Haworthia attenuata is the kind of succulent whose bark is worse than its bite, as the plant has a spiky look but not thorns or sharp spines to threaten an inquisitive touch. The white tubercles that give the plant its name distinguish them from similar-looking aloe plants. Zebra plants grow in low clumps, and look striking in small containers tucked in with light green reindeer lichen, or in mini glass hanging terrariums. Reduce watering during the semi-dormant winter state.
taken from https://www.thespruce.com/most-popular-succulent-varieties
How to Care for Little Zebra Plants
A succulent that consists of a rosette of plump, stiff, upright leaves, little zebra plant (Haworthia attenuata) is named for the horizontal ridges of small, white bumps that give the plant a striped appearance. From spring until fall, little zebra plant displays tiny flowers atop long, thin stalks. This South African native reaches heights of 6 inches at maturity, with a spread of about 4 inches. Little zebra plant grows outdoors in U. S. Department of Agriculture plant hardiness zones 9 and 10. In cooler climates, grow it as an indoor plant.
Water little zebra plant deeply, but only when the soil is dry. Provide enough water to soak the soil to a depth of approximately 6 inches. Never water if the soil is still moist from the previous watering, as zebra plants, like all succulents, rot quickly in waterlogged soil.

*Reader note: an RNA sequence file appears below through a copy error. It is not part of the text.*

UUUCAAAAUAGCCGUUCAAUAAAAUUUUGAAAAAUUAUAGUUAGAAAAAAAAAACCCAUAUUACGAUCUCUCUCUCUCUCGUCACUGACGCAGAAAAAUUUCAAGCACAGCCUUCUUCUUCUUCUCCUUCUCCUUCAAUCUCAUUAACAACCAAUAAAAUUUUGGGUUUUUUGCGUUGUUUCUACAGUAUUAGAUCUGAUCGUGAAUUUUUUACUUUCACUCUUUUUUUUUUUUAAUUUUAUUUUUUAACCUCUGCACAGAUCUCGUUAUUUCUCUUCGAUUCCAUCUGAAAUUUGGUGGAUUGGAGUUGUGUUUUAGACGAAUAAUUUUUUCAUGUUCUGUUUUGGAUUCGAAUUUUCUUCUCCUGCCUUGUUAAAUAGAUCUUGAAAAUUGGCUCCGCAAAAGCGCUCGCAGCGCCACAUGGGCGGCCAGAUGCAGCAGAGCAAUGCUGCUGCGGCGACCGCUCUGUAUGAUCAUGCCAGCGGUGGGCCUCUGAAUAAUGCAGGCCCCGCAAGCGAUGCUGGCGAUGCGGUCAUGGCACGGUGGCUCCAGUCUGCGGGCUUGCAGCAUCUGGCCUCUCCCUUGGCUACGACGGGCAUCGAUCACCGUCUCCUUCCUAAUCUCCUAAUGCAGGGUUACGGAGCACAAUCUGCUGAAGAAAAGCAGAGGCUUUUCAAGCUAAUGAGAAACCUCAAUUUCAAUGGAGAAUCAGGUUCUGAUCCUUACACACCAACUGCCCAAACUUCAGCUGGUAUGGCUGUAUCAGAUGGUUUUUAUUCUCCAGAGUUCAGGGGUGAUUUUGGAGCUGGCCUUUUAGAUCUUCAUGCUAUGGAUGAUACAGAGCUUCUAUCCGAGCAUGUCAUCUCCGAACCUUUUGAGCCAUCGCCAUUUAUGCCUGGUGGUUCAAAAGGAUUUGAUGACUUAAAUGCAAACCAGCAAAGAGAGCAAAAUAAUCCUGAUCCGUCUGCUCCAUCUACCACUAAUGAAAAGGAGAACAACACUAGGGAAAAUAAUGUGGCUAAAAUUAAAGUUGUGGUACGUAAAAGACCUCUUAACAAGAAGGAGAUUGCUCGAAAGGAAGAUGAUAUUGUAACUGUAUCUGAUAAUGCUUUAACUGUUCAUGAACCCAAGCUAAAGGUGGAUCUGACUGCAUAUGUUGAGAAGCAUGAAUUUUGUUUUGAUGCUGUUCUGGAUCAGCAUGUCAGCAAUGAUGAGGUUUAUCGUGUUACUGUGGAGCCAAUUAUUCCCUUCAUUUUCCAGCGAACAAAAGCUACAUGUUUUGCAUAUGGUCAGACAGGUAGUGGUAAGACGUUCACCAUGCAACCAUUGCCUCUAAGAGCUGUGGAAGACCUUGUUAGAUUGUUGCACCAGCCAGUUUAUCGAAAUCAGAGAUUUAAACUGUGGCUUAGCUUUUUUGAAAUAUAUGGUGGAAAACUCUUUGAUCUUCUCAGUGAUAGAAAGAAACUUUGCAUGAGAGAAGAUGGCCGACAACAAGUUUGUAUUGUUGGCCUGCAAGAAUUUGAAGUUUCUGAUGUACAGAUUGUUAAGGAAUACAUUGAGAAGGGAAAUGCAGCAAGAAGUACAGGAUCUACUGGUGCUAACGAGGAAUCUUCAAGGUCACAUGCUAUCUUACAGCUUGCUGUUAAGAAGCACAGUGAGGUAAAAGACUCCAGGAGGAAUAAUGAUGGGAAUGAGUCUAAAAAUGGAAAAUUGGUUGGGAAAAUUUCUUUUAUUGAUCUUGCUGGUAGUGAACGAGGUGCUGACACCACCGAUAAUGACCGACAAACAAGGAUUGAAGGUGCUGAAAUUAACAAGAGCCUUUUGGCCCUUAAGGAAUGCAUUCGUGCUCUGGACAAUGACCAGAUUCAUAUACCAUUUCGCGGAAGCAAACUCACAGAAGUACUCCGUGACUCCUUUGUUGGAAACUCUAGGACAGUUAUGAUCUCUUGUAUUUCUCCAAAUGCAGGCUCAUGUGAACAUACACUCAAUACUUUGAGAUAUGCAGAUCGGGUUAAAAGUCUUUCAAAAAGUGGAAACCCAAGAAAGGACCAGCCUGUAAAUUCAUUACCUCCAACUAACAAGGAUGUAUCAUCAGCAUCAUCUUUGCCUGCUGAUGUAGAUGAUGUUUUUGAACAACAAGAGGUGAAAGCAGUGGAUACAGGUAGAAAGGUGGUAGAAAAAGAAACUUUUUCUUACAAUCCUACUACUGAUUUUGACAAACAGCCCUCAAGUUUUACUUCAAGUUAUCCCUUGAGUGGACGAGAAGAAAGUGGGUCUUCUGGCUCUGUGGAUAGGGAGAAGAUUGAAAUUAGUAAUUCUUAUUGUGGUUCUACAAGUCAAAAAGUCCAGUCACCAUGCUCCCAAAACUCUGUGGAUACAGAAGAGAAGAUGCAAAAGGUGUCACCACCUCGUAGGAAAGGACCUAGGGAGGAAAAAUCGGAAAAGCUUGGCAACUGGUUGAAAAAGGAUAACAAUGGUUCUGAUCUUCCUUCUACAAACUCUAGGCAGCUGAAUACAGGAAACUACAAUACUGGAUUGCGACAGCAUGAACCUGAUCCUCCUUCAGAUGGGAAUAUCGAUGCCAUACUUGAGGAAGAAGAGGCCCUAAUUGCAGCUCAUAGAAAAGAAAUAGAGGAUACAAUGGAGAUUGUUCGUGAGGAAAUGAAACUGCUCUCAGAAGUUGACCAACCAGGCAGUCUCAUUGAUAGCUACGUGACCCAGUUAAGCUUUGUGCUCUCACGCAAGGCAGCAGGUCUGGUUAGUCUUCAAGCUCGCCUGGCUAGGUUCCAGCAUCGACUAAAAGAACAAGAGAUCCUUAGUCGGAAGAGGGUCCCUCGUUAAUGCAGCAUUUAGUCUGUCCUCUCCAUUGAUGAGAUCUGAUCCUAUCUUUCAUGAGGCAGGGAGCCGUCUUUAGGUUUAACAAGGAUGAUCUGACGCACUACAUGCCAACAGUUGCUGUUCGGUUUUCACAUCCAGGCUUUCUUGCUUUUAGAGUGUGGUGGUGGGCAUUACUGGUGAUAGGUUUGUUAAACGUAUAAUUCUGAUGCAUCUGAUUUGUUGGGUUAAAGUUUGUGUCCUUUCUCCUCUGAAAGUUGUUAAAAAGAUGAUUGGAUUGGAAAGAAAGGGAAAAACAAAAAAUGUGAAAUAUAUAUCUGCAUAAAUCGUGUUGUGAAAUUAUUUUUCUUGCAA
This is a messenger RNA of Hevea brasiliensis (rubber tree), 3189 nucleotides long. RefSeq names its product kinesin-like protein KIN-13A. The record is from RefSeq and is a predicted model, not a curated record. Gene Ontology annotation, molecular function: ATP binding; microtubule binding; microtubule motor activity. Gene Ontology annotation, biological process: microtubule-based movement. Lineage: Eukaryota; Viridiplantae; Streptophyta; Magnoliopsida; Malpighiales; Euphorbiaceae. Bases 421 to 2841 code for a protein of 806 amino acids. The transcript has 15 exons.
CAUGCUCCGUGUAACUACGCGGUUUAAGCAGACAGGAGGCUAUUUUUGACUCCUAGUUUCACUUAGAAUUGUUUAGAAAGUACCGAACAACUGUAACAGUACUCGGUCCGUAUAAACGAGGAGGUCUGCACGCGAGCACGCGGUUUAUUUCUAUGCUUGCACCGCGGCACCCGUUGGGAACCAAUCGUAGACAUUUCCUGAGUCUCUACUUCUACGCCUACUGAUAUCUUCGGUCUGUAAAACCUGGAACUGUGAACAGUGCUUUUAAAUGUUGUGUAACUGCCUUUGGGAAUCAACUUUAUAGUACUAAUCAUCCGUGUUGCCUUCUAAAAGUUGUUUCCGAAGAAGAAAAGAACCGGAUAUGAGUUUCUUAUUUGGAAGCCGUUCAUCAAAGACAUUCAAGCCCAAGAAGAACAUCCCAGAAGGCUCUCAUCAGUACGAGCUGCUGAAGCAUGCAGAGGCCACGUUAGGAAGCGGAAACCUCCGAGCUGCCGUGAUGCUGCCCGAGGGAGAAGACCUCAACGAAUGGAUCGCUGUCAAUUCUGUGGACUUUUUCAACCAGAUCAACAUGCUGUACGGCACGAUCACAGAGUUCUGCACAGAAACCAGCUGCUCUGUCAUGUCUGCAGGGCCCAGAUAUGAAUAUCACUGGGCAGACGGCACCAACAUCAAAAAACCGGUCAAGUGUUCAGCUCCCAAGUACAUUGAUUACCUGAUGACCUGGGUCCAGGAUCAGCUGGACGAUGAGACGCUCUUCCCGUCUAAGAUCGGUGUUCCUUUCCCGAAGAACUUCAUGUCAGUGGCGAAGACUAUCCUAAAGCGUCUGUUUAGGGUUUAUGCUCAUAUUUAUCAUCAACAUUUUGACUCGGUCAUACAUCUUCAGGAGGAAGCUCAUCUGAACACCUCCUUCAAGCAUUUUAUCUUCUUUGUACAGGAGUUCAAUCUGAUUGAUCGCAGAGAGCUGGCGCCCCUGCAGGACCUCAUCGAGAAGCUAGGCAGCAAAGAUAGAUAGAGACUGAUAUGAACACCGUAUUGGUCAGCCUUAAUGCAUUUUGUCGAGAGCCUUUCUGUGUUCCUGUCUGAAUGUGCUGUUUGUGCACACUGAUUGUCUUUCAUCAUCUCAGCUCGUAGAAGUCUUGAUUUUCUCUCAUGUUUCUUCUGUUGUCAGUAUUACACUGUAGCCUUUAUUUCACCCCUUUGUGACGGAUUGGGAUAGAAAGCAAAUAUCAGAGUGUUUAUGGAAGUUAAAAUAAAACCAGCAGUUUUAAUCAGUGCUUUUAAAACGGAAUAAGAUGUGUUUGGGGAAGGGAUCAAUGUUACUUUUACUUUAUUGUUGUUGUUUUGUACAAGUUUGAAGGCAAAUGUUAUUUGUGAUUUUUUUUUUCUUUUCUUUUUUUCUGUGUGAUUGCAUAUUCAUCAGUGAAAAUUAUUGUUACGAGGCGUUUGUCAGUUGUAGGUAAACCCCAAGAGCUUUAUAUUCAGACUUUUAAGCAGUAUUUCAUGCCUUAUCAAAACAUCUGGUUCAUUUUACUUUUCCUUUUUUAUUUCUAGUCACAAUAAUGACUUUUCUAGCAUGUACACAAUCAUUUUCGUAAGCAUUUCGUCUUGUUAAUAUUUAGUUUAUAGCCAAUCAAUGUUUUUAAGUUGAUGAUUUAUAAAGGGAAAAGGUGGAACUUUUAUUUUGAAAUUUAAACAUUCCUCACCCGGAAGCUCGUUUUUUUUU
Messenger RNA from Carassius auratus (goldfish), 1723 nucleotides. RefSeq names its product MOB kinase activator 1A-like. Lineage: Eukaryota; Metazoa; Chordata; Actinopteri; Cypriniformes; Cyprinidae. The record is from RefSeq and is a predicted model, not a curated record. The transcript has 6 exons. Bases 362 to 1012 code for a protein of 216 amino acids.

Stop watering in winter unless the leaves appear wilted, and then water sparingly, providing enough water to barely moisten the soil. The plant rots quickly in wet soil during its dormant period.
Feed the plant a slow-release, dry fertilizer applied at the rate recommended on the label as soon as new growth emerges in spring.
Cut the long flower stems as soon as the flowers wilt. Removing the flowers keeps the plant neat and promotes continued blooming.
Spread a sheet or other light covering over the plant when nighttime temperatures drop to 41 degrees Fahrenheit. Remove the covering in the morning, as moisture collecting under the cover may cause the plant to rot. Place plants in pots under the shelter of a tree or other protected area.
Spray the plant with insecticidal soap if you notice pests such as mealybugs, scale insects or spider mites. Reapply as needed, as the spray kills pests only on direct contact. Avoid crowding the plants, as adequate air circulation makes the plant less susceptible to insect damage.
Things You Will Need
◾General-purpose, slow-release dry fertilizer
◾Sheet or other protective cover
◾Insecticidal soap spray
Till next time this is Becky Litterer, Becky's Greenhouse, Dougherty Iowa